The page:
Should Public Health Focus on Calories In?Friday, December 14, 2012
To many, obesity is simply a matter of calories in and calories out – they call on the laws of physics, forgetting that living organisms follow the laws of physiology (which I have referred to as “biology messing with physics”).
Thus, while on paper, a solution to eating an extra 100 calories could easily be countered by simply expending those extra calories in exercise, in real life this simply does not work.
Firstly, as argued before, the simplistic reasoning that a few extra calories a day can account for pounds of annual weight gain are simply wrong. It does in fact take consistent and long-term daily excess caloric intake in the order of several 100 extra calories a day to sustain progressive weight gain (see here for a more detailed discussion of this point). Expecting anyone to compensate for a daily excess of 100s of calories through volitional activity is bound to fail.
Furthermore, as also argued before, much of the benefit of regular physical activity on weight loss is probably mediated through its effect on energy intake – thus physical activity is far more related to energy in than energy out.
But this is not what this post is about.
Rather, in a paper just published in BMC Public Health, Jacob Shelley (winner of a Canadian Obesity Network Student award) from the University of Toronto, argues that public health messaging with regard to the obesity epidemic should be reframed as policies to address caloric overconsumption.
As he states:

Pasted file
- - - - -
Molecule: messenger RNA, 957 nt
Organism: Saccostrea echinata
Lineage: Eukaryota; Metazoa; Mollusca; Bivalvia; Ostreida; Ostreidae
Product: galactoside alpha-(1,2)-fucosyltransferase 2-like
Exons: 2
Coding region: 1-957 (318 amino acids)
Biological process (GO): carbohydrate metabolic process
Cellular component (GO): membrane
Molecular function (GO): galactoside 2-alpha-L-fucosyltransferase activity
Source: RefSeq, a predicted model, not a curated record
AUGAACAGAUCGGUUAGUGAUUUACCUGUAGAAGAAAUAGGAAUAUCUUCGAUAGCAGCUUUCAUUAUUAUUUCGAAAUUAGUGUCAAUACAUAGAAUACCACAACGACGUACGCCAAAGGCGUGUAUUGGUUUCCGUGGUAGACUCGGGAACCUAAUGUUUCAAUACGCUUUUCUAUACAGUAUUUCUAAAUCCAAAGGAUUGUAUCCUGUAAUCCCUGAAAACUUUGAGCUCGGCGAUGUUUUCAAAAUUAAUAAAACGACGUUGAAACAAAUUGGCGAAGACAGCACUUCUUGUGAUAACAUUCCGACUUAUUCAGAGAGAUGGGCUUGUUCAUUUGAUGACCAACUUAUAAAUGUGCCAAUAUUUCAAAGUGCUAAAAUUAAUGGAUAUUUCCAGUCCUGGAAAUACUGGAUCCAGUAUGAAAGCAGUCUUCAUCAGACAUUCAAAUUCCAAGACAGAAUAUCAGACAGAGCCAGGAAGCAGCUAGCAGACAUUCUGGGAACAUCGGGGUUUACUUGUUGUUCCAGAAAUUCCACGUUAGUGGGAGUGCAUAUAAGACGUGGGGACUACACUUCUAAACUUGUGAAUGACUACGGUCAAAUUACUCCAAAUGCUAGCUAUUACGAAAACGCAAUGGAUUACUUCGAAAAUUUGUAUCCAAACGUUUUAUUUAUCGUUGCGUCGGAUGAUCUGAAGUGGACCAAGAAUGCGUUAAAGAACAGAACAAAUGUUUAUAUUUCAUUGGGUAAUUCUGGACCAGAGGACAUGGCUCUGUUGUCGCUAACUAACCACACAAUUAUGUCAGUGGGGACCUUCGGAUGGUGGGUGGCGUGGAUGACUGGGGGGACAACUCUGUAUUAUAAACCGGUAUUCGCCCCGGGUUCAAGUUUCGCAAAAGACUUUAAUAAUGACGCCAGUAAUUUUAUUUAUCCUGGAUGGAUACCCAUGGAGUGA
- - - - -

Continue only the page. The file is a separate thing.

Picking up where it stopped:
“A policy cacophony exists when different policy solutions have been developed to address a single issue, and then must compete with one another for support, funding, and implementation. With competing theories about the root causes of obesity, and many plausible although limited solutions being proffered, the resulting “noise” renders it nearly impossible to determine what policies would be most effective. Consequently, as policymakers call for stronger evidence, the evidence continues to support competing policy options, leaving policymakers unsure of which policies to implement. More evidence may simply exacerbate the obesity policy cacophony, especially given the difficulty of translating evidence into policy.”
“This paper argues that to address the policy cacophony it is necessary to rethink the problem of obesity, and more specifically, how the problem of obesity is framed. This paper argues that the frame “obesity” be replaced by the frame “caloric overconsumption”, concluding that the frame caloric overconsumption can overcome the obesity policy cacophony.”
Shelley puts forward two key arguments to support reframing the obesity discussion as caloric overconsumption:
“As a frame, “obesity” does not identify any specific causes – and obesity certainly is not the cause of itself! Thus the frame obesity remains open to be interpreted and influenced by competing theories about what does cause obesity. This makes it difficult to identify or assess potential policies or interventions. The second rationale stems from the potential benefits of using the proposed frame, caloric overconsumption. The frame caloric overconsumption minimizes some of the framing competition by identifying a specific cause of obesity, energy input. Moreover, the frame caloric overconsumption will permit a more critical analysis of the various policies and interventions that can be used in obesity prevention.”
As to why focus on energy in rather than energy out, Shelley has the following to offer: